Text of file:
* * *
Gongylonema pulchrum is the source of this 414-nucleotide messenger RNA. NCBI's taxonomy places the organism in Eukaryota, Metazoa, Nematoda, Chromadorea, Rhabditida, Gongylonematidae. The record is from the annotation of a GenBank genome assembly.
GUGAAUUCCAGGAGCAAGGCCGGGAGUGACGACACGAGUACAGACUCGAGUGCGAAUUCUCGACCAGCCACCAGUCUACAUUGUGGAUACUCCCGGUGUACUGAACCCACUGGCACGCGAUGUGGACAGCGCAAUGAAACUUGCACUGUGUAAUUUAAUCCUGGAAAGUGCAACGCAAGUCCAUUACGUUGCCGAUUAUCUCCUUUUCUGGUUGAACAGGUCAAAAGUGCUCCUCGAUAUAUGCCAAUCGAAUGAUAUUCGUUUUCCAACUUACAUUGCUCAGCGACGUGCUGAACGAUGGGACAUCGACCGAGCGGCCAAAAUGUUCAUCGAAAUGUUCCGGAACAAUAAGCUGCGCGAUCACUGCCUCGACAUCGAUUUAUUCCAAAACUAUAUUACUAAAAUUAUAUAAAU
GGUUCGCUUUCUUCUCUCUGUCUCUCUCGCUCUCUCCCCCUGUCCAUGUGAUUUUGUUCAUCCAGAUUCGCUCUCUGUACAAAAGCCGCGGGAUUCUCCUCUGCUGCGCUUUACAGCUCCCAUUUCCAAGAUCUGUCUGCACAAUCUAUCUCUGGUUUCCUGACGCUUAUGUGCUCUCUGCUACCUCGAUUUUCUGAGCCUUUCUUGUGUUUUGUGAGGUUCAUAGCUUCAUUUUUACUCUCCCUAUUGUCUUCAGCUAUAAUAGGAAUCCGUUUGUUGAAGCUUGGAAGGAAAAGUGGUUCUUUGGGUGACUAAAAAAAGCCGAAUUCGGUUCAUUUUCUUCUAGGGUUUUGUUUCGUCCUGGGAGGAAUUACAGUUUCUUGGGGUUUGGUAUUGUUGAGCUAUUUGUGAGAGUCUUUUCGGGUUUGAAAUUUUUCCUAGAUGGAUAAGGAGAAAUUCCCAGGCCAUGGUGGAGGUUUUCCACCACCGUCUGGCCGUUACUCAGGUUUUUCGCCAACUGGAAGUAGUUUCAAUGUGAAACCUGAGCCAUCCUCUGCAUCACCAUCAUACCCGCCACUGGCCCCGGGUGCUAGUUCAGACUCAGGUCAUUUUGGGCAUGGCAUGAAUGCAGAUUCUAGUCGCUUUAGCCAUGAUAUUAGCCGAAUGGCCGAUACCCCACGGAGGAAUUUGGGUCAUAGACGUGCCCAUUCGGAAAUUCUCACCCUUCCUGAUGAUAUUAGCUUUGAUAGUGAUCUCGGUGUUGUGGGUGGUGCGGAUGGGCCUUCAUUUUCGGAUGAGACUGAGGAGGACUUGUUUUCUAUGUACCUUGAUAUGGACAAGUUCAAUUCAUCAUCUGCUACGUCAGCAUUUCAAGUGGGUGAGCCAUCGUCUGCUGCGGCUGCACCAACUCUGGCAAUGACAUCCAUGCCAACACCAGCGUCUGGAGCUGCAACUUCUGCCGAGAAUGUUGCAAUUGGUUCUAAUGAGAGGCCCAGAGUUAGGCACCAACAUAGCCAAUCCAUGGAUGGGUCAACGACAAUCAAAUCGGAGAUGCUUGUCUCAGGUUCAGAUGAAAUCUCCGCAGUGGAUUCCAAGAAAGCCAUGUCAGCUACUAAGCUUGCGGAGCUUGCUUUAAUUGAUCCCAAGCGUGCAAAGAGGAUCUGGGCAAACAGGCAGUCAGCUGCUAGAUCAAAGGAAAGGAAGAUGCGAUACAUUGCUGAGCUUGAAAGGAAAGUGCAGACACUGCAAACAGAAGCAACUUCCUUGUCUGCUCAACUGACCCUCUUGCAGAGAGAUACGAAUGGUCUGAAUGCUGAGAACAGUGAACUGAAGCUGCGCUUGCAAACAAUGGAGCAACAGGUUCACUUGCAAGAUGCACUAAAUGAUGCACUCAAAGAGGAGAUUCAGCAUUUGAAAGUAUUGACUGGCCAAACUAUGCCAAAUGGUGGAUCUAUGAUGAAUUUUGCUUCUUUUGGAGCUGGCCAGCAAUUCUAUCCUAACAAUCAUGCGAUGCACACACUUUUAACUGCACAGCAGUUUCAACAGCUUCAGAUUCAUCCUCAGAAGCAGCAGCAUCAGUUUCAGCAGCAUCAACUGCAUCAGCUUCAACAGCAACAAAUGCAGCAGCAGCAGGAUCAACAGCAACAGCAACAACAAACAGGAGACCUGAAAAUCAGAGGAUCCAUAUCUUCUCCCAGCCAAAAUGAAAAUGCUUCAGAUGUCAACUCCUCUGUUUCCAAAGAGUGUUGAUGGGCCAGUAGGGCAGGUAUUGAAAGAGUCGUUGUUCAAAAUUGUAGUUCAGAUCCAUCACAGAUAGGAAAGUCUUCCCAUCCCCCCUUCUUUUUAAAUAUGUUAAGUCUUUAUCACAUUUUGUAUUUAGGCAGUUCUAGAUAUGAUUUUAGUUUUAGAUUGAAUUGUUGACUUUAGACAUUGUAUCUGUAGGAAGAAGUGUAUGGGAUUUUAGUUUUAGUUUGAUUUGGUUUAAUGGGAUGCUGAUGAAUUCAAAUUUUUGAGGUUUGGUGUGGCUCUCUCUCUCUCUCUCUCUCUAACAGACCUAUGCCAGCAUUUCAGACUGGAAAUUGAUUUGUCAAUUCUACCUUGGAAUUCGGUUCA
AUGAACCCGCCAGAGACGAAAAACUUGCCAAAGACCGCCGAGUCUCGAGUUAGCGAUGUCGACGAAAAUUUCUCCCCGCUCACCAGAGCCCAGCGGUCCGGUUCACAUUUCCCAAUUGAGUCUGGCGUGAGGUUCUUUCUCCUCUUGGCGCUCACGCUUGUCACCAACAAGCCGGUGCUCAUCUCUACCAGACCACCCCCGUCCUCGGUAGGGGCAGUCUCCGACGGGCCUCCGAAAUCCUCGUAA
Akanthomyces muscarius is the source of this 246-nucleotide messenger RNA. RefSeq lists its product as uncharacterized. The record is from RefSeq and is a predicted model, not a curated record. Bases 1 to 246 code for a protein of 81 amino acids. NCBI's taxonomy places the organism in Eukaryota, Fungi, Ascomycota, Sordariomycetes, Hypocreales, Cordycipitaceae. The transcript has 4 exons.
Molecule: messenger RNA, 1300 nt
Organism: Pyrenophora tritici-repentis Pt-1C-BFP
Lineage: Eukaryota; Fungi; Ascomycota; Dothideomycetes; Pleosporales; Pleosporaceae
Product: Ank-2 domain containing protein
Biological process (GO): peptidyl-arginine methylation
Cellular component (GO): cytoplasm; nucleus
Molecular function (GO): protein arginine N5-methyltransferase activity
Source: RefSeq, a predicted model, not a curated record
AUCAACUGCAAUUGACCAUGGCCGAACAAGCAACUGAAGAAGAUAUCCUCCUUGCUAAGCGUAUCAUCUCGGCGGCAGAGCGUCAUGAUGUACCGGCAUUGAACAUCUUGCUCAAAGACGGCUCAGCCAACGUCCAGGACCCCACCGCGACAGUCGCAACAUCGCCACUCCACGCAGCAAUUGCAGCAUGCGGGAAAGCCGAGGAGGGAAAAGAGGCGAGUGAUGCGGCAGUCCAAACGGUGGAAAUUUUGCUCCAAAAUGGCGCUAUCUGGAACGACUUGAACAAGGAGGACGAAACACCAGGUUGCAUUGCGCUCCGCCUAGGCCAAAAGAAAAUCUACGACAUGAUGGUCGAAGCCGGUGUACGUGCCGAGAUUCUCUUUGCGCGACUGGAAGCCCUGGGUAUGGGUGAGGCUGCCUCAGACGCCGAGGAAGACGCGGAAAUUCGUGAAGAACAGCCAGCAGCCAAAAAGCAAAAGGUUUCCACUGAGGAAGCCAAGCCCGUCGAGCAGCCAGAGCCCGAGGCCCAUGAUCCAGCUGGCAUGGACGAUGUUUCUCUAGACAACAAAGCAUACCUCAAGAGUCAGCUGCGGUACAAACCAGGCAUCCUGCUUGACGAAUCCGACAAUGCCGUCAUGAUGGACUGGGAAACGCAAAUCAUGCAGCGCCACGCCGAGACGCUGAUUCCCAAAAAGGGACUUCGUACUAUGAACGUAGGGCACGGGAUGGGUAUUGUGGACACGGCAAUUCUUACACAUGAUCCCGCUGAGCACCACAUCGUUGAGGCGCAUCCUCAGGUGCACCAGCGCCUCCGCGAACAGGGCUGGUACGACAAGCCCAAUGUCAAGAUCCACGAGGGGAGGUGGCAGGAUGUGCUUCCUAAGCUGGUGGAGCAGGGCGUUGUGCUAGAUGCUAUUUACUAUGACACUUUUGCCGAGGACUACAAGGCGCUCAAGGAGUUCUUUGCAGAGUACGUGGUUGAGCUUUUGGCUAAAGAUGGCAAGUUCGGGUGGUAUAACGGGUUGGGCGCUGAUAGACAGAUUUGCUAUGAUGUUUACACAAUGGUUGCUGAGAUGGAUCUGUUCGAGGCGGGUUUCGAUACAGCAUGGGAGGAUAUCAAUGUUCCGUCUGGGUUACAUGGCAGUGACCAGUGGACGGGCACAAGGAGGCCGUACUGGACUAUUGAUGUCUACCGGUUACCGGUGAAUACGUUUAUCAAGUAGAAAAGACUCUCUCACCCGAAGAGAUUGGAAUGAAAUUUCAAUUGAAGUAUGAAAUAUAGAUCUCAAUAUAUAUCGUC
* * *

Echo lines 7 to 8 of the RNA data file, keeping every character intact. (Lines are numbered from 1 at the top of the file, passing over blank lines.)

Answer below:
Organism: Pyrenophora tritici-repentis Pt-1C-BFP
Lineage: Eukaryota; Fungi; Ascomycota; Dothideomycetes; Pleosporales; Pleosporaceae